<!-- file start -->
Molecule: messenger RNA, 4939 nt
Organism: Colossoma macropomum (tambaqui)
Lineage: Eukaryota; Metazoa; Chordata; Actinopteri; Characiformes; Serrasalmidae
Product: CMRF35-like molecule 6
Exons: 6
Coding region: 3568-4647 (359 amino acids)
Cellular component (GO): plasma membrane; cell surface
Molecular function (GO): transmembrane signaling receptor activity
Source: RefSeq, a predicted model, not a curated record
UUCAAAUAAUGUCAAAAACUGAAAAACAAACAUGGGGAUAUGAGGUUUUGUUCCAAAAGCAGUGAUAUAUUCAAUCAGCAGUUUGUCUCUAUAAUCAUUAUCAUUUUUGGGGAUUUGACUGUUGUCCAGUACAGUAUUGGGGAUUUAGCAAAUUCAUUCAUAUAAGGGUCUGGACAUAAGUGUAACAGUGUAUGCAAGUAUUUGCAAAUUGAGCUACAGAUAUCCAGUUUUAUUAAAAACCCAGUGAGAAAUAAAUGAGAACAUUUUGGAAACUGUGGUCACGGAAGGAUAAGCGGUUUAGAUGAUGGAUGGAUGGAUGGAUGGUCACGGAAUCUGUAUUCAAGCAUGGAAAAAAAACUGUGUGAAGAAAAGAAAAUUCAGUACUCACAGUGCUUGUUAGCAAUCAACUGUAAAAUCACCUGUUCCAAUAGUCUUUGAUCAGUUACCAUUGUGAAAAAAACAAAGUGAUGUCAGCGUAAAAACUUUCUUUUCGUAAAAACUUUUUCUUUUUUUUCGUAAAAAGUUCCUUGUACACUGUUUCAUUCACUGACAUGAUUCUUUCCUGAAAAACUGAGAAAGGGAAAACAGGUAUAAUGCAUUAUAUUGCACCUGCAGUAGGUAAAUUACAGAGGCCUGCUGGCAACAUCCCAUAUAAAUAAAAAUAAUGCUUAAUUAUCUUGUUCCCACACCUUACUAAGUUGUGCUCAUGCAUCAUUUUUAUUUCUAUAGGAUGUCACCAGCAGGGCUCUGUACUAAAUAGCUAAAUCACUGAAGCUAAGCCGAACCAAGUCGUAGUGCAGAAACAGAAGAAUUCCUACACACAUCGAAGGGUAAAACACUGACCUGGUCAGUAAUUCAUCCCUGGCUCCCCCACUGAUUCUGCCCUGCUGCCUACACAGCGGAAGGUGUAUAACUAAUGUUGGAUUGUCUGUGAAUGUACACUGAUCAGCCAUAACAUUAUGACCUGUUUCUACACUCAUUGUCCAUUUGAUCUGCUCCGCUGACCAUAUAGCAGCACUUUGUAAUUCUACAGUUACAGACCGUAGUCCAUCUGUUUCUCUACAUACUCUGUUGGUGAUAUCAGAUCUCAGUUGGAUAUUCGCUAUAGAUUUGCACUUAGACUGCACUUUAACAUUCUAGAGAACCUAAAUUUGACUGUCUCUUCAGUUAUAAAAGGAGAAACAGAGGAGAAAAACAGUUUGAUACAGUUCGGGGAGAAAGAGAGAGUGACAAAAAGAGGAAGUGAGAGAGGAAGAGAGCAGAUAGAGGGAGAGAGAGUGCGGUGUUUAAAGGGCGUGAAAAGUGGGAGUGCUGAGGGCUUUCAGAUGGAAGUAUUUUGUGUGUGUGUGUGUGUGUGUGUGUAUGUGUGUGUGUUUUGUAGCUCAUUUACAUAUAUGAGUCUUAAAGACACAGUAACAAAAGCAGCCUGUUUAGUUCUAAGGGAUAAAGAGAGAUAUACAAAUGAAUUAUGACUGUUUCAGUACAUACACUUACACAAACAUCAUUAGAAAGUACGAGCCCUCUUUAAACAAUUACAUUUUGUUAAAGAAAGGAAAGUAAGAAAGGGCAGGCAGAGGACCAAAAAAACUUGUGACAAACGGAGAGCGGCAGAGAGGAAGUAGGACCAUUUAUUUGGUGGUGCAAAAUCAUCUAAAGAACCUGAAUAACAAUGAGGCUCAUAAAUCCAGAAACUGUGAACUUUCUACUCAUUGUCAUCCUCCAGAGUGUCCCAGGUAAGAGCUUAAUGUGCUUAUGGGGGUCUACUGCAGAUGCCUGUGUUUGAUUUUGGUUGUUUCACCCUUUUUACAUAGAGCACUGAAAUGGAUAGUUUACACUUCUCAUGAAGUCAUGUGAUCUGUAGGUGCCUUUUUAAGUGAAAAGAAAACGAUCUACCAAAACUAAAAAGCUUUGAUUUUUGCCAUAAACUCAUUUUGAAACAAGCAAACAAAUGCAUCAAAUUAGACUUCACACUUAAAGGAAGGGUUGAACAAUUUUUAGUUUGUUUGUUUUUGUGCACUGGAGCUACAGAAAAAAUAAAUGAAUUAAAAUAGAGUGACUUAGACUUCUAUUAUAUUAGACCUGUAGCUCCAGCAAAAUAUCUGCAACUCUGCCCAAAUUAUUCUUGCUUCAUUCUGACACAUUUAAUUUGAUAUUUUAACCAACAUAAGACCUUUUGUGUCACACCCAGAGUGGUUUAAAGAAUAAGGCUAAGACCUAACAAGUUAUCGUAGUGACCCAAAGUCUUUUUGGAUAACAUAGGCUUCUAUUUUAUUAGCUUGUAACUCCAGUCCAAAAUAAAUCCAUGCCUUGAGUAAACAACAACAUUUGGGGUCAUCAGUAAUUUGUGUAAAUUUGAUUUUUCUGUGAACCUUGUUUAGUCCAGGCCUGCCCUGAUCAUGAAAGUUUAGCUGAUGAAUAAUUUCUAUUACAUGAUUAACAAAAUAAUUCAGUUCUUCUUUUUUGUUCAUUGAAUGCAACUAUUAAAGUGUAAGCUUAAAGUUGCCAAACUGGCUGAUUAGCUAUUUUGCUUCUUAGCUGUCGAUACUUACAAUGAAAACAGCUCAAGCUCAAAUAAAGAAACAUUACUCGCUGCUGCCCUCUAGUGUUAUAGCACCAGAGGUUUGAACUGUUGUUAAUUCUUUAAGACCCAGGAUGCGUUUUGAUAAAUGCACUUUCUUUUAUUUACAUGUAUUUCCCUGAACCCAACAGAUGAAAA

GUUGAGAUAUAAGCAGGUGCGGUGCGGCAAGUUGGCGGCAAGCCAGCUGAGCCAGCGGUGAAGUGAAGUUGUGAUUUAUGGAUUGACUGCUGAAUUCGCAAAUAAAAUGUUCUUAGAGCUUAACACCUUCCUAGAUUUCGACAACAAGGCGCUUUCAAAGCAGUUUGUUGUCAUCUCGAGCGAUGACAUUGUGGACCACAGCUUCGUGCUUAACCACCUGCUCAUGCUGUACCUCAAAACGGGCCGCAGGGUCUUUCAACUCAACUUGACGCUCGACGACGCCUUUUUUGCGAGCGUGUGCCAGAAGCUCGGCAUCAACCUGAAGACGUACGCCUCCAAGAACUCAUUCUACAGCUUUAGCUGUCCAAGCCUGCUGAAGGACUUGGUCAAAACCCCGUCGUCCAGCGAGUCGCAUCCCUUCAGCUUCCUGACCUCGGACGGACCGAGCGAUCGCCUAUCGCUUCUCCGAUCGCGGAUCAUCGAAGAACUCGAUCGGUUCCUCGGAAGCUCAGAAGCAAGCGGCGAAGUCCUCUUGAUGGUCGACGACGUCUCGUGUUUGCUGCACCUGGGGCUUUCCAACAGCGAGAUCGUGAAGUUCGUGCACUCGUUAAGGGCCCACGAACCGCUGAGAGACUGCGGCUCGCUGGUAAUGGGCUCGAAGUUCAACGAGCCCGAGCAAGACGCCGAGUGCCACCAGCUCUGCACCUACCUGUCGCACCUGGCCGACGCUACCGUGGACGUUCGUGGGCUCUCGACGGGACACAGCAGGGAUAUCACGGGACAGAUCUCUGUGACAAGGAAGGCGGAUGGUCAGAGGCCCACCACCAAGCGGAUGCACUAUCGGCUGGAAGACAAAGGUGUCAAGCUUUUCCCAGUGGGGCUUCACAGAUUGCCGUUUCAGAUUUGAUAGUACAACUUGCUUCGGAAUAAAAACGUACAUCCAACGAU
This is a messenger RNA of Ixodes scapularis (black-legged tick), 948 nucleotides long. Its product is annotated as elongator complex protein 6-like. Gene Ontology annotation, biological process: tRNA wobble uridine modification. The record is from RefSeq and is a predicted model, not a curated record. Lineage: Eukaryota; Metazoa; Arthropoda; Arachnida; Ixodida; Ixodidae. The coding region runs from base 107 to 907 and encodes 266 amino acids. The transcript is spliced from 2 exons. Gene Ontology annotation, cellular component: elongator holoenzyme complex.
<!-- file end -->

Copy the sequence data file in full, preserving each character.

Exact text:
Molecule: messenger RNA, 4939 nt
Organism: Colossoma macropomum (tambaqui)
Lineage: Eukaryota; Metazoa; Chordata; Actinopteri; Characiformes; Serrasalmidae
Product: CMRF35-like molecule 6
Exons: 6
Coding region: 3568-4647 (359 amino acids)
Cellular component (GO): plasma membrane; cell surface
Molecular function (GO): transmembrane signaling receptor activity
Source: RefSeq, a predicted model, not a curated record
UUCAAAUAAUGUCAAAAACUGAAAAACAAACAUGGGGAUAUGAGGUUUUGUUCCAAAAGCAGUGAUAUAUUCAAUCAGCAGUUUGUCUCUAUAAUCAUUAUCAUUUUUGGGGAUUUGACUGUUGUCCAGUACAGUAUUGGGGAUUUAGCAAAUUCAUUCAUAUAAGGGUCUGGACAUAAGUGUAACAGUGUAUGCAAGUAUUUGCAAAUUGAGCUACAGAUAUCCAGUUUUAUUAAAAACCCAGUGAGAAAUAAAUGAGAACAUUUUGGAAACUGUGGUCACGGAAGGAUAAGCGGUUUAGAUGAUGGAUGGAUGGAUGGAUGGUCACGGAAUCUGUAUUCAAGCAUGGAAAAAAAACUGUGUGAAGAAAAGAAAAUUCAGUACUCACAGUGCUUGUUAGCAAUCAACUGUAAAAUCACCUGUUCCAAUAGUCUUUGAUCAGUUACCAUUGUGAAAAAAACAAAGUGAUGUCAGCGUAAAAACUUUCUUUUCGUAAAAACUUUUUCUUUUUUUUCGUAAAAAGUUCCUUGUACACUGUUUCAUUCACUGACAUGAUUCUUUCCUGAAAAACUGAGAAAGGGAAAACAGGUAUAAUGCAUUAUAUUGCACCUGCAGUAGGUAAAUUACAGAGGCCUGCUGGCAACAUCCCAUAUAAAUAAAAAUAAUGCUUAAUUAUCUUGUUCCCACACCUUACUAAGUUGUGCUCAUGCAUCAUUUUUAUUUCUAUAGGAUGUCACCAGCAGGGCUCUGUACUAAAUAGCUAAAUCACUGAAGCUAAGCCGAACCAAGUCGUAGUGCAGAAACAGAAGAAUUCCUACACACAUCGAAGGGUAAAACACUGACCUGGUCAGUAAUUCAUCCCUGGCUCCCCCACUGAUUCUGCCCUGCUGCCUACACAGCGGAAGGUGUAUAACUAAUGUUGGAUUGUCUGUGAAUGUACACUGAUCAGCCAUAACAUUAUGACCUGUUUCUACACUCAUUGUCCAUUUGAUCUGCUCCGCUGACCAUAUAGCAGCACUUUGUAAUUCUACAGUUACAGACCGUAGUCCAUCUGUUUCUCUACAUACUCUGUUGGUGAUAUCAGAUCUCAGUUGGAUAUUCGCUAUAGAUUUGCACUUAGACUGCACUUUAACAUUCUAGAGAACCUAAAUUUGACUGUCUCUUCAGUUAUAAAAGGAGAAACAGAGGAGAAAAACAGUUUGAUACAGUUCGGGGAGAAAGAGAGAGUGACAAAAAGAGGAAGUGAGAGAGGAAGAGAGCAGAUAGAGGGAGAGAGAGUGCGGUGUUUAAAGGGCGUGAAAAGUGGGAGUGCUGAGGGCUUUCAGAUGGAAGUAUUUUGUGUGUGUGUGUGUGUGUGUGUGUAUGUGUGUGUGUUUUGUAGCUCAUUUACAUAUAUGAGUCUUAAAGACACAGUAACAAAAGCAGCCUGUUUAGUUCUAAGGGAUAAAGAGAGAUAUACAAAUGAAUUAUGACUGUUUCAGUACAUACACUUACACAAACAUCAUUAGAAAGUACGAGCCCUCUUUAAACAAUUACAUUUUGUUAAAGAAAGGAAAGUAAGAAAGGGCAGGCAGAGGACCAAAAAAACUUGUGACAAACGGAGAGCGGCAGAGAGGAAGUAGGACCAUUUAUUUGGUGGUGCAAAAUCAUCUAAAGAACCUGAAUAACAAUGAGGCUCAUAAAUCCAGAAACUGUGAACUUUCUACUCAUUGUCAUCCUCCAGAGUGUCCCAGGUAAGAGCUUAAUGUGCUUAUGGGGGUCUACUGCAGAUGCCUGUGUUUGAUUUUGGUUGUUUCACCCUUUUUACAUAGAGCACUGAAAUGGAUAGUUUACACUUCUCAUGAAGUCAUGUGAUCUGUAGGUGCCUUUUUAAGUGAAAAGAAAACGAUCUACCAAAACUAAAAAGCUUUGAUUUUUGCCAUAAACUCAUUUUGAAACAAGCAAACAAAUGCAUCAAAUUAGACUUCACACUUAAAGGAAGGGUUGAACAAUUUUUAGUUUGUUUGUUUUUGUGCACUGGAGCUACAGAAAAAAUAAAUGAAUUAAAAUAGAGUGACUUAGACUUCUAUUAUAUUAGACCUGUAGCUCCAGCAAAAUAUCUGCAACUCUGCCCAAAUUAUUCUUGCUUCAUUCUGACACAUUUAAUUUGAUAUUUUAACCAACAUAAGACCUUUUGUGUCACACCCAGAGUGGUUUAAAGAAUAAGGCUAAGACCUAACAAGUUAUCGUAGUGACCCAAAGUCUUUUUGGAUAACAUAGGCUUCUAUUUUAUUAGCUUGUAACUCCAGUCCAAAAUAAAUCCAUGCCUUGAGUAAACAACAACAUUUGGGGUCAUCAGUAAUUUGUGUAAAUUUGAUUUUUCUGUGAACCUUGUUUAGUCCAGGCCUGCCCUGAUCAUGAAAGUUUAGCUGAUGAAUAAUUUCUAUUACAUGAUUAACAAAAUAAUUCAGUUCUUCUUUUUUGUUCAUUGAAUGCAACUAUUAAAGUGUAAGCUUAAAGUUGCCAAACUGGCUGAUUAGCUAUUUUGCUUCUUAGCUGUCGAUACUUACAAUGAAAACAGCUCAAGCUCAAAUAAAGAAACAUUACUCGCUGCUGCCCUCUAGUGUUAUAGCACCAGAGGUUUGAACUGUUGUUAAUUCUUUAAGACCCAGGAUGCGUUUUGAUAAAUGCACUUUCUUUUAUUUACAUGUAUUUCCCUGAACCCAACAGAUGAAAA

GUUGAGAUAUAAGCAGGUGCGGUGCGGCAAGUUGGCGGCAAGCCAGCUGAGCCAGCGGUGAAGUGAAGUUGUGAUUUAUGGAUUGACUGCUGAAUUCGCAAAUAAAAUGUUCUUAGAGCUUAACACCUUCCUAGAUUUCGACAACAAGGCGCUUUCAAAGCAGUUUGUUGUCAUCUCGAGCGAUGACAUUGUGGACCACAGCUUCGUGCUUAACCACCUGCUCAUGCUGUACCUCAAAACGGGCCGCAGGGUCUUUCAACUCAACUUGACGCUCGACGACGCCUUUUUUGCGAGCGUGUGCCAGAAGCUCGGCAUCAACCUGAAGACGUACGCCUCCAAGAACUCAUUCUACAGCUUUAGCUGUCCAAGCCUGCUGAAGGACUUGGUCAAAACCCCGUCGUCCAGCGAGUCGCAUCCCUUCAGCUUCCUGACCUCGGACGGACCGAGCGAUCGCCUAUCGCUUCUCCGAUCGCGGAUCAUCGAAGAACUCGAUCGGUUCCUCGGAAGCUCAGAAGCAAGCGGCGAAGUCCUCUUGAUGGUCGACGACGUCUCGUGUUUGCUGCACCUGGGGCUUUCCAACAGCGAGAUCGUGAAGUUCGUGCACUCGUUAAGGGCCCACGAACCGCUGAGAGACUGCGGCUCGCUGGUAAUGGGCUCGAAGUUCAACGAGCCCGAGCAAGACGCCGAGUGCCACCAGCUCUGCACCUACCUGUCGCACCUGGCCGACGCUACCGUGGACGUUCGUGGGCUCUCGACGGGACACAGCAGGGAUAUCACGGGACAGAUCUCUGUGACAAGGAAGGCGGAUGGUCAGAGGCCCACCACCAAGCGGAUGCACUAUCGGCUGGAAGACAAAGGUGUCAAGCUUUUCCCAGUGGGGCUUCACAGAUUGCCGUUUCAGAUUUGAUAGUACAACUUGCUUCGGAAUAAAAACGUACAUCCAACGAU
This is a messenger RNA of Ixodes scapularis (black-legged tick), 948 nucleotides long. Its product is annotated as elongator complex protein 6-like. Gene Ontology annotation, biological process: tRNA wobble uridine modification. The record is from RefSeq and is a predicted model, not a curated record. Lineage: Eukaryota; Metazoa; Arthropoda; Arachnida; Ixodida; Ixodidae. The coding region runs from base 107 to 907 and encodes 266 amino acids. The transcript is spliced from 2 exons. Gene Ontology annotation, cellular component: elongator holoenzyme complex.